"Hey, there you are. I've been looking all over for you. Ready to go?"
Don glanced up and nodded at Megan. "Yeah, just a sec. You have a good talk with that teacher?"
Megan nodded. "She's still a little shocked by all this, but she said she's glad it's over. I gave her my card in case she wants to talk some more."
Don tucked his pen and notebook back into his pocket. "All right, let's go. The sooner we get to that paperwork, the sooner it can be done."
Megan winced. "Any chance of blackmailing Colby or David into doing it for us?"
Don smiled. "Nah, I've got my quota of blackmail for the year. How about a brief reprieve?"
"I'm listening," Megan said.
"I need to make a stop back on the way to the office. You mind?"
Megan shook her head as they moved out into the warm California sun. "If it keeps that paperwork back for a little while longer, then not at all. Where are we going?"
"Don?" Alan moved into view and gave his eldest son a hug. "Hey, how's that case going?"
"Actually, we wrapped it up this afternoon," Don replied, shrugging out of his jacket.
"Already?" Alan asked. "That was fast."
"Yeah, but I'm glad, you know?" Don replied. "That was a tough case to work. I'm just relieved I didn't have to call Charlie in on this one."
"That bad, huh?" Alan asked.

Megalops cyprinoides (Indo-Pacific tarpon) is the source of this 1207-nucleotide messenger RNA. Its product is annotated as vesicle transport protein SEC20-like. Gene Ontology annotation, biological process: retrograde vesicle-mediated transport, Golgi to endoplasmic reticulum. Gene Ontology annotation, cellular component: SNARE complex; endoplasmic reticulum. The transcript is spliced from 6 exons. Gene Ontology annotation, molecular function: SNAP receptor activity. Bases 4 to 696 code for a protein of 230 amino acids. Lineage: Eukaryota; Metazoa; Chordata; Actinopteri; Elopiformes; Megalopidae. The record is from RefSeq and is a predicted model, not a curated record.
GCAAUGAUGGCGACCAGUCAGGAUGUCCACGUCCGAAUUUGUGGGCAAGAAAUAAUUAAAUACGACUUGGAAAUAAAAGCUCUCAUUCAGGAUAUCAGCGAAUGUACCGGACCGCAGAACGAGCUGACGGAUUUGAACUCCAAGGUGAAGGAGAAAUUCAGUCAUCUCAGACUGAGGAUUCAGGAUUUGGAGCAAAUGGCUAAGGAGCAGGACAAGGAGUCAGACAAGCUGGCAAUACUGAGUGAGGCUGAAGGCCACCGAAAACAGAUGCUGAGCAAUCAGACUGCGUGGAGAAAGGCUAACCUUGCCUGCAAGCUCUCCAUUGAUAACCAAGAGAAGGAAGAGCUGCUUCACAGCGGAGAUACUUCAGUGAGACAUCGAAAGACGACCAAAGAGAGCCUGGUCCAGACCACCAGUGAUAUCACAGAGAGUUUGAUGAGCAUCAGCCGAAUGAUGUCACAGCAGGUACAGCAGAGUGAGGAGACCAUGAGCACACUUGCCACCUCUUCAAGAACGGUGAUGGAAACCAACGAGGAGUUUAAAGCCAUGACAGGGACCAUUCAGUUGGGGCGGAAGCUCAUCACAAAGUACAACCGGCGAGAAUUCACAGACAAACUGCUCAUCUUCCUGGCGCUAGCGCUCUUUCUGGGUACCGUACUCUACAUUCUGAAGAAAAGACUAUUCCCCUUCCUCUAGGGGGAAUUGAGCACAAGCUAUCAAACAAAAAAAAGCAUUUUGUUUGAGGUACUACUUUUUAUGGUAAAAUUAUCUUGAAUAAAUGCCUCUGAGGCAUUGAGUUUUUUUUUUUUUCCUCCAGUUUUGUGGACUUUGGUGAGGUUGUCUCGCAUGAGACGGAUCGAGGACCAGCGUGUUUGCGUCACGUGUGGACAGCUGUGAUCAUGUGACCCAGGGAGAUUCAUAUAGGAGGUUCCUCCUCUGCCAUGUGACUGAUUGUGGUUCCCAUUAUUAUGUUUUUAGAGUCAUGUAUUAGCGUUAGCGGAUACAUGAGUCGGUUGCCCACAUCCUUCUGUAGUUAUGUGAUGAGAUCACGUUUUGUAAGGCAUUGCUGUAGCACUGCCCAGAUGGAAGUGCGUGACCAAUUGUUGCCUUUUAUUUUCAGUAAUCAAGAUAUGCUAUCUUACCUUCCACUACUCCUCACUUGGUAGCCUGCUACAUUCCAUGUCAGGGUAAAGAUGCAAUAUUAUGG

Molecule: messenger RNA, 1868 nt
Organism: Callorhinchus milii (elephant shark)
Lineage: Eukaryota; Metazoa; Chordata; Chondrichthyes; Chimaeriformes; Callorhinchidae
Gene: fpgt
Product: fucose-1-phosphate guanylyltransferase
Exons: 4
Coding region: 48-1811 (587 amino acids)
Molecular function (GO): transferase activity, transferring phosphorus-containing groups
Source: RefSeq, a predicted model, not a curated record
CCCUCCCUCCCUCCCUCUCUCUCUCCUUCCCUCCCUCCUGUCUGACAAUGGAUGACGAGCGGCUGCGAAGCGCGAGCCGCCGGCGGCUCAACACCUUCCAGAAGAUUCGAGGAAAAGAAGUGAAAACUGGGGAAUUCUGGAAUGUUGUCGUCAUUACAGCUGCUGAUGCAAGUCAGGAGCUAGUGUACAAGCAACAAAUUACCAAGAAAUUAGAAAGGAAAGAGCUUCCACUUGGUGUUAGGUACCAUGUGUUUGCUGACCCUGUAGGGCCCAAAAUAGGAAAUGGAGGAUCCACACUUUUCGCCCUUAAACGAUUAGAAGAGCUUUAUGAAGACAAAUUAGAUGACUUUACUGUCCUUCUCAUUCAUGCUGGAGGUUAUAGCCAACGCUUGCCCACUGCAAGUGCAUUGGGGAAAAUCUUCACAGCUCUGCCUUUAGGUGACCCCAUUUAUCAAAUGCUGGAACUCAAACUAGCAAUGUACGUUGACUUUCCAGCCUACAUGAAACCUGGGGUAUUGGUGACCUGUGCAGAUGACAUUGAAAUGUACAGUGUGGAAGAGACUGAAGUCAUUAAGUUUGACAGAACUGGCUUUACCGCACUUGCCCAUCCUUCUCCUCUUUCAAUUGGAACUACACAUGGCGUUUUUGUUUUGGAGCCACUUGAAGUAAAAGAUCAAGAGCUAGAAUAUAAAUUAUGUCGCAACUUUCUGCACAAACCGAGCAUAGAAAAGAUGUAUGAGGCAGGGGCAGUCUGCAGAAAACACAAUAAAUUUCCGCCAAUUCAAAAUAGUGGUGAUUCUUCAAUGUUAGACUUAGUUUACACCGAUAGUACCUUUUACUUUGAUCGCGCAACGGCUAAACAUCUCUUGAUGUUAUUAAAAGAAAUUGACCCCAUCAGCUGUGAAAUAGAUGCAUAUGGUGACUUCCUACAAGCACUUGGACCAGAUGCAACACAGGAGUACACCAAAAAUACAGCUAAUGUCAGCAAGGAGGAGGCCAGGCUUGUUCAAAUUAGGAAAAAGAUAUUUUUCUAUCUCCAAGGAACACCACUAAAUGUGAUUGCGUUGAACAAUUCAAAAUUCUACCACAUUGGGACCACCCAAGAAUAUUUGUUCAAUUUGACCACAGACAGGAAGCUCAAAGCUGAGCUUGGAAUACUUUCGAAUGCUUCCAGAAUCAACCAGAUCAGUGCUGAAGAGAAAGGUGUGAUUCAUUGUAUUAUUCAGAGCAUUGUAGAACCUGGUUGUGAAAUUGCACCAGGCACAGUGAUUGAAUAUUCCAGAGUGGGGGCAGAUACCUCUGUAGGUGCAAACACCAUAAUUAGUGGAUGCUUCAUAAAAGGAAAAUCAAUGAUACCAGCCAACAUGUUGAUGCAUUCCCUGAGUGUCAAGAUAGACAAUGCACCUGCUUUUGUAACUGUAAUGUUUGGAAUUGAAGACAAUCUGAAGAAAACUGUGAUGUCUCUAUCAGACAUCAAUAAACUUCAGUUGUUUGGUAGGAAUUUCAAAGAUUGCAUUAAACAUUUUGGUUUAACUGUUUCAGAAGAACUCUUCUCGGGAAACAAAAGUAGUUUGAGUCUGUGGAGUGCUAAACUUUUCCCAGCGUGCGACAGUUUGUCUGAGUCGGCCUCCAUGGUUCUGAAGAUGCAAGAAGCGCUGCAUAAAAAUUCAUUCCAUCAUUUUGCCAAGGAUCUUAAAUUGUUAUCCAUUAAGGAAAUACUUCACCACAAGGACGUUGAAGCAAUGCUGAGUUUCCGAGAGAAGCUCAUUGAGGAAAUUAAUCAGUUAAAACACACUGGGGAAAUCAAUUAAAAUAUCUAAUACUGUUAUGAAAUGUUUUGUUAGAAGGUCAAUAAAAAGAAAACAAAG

Don nodded. "Speaking of which . . ."
Alan shook his head, smiling. "Garage." His eyes fell to an object wrapped in a plastic bag held in his son's left hand. "What do you have there?"
Don shrugged. "Just something I picked up today for Charlie. Nothing big."
Alan lifted an eyebrow, but didn't press the issue. He waited for Don to move through the house towards the door that would lead to the garage, then followed behind. Don rarely, if ever, brought any gifts over for Charlie, and he wasn't about to miss the discussion he knew his children were going to have.
Don heard the staccato scratching of chalk on a chalkboard before he even saw his brother. He paused just inside the garage and took in the scene.
Charlie was slouched over one board that lay across a table, his face set deep in concentration. His hand moved quickly over the board, and Don could only marvel that Charlie's hand was able to keep pace with his brain. A slight grin curled his lips when he took in the chalk dust smudged on his brother's face. His T-shirt and jeans had similar marks all over him.
Realizing that Charlie would never acknowledge his presence without help, Don cleared his throat and moved a few steps farther into the room.
Charlie looked up, his brown eyes wide in surprise. "Don! I didn't hear you come in! How long have you been there?"
"Just a couple minutes," Don replied. He moved over to a nearby stool and perched on it.
Charlie glanced at the board he had been working on, then turned to face his brother. "You've been working on that case with the school, right? How's that going? Do you need me?"
Don shook his head. "Nah, we were able to get through that one okay. Wrapped it up this afternoon, actually."
"Oh. Good." Charlie glanced at another board again before returning his attention to his brother. "Well, um . . . if you finished it, why are you here?"
Don gave him a wounded look. "What, I have to have a reason to come visit my brother?"
Charlie raised an eyebrow.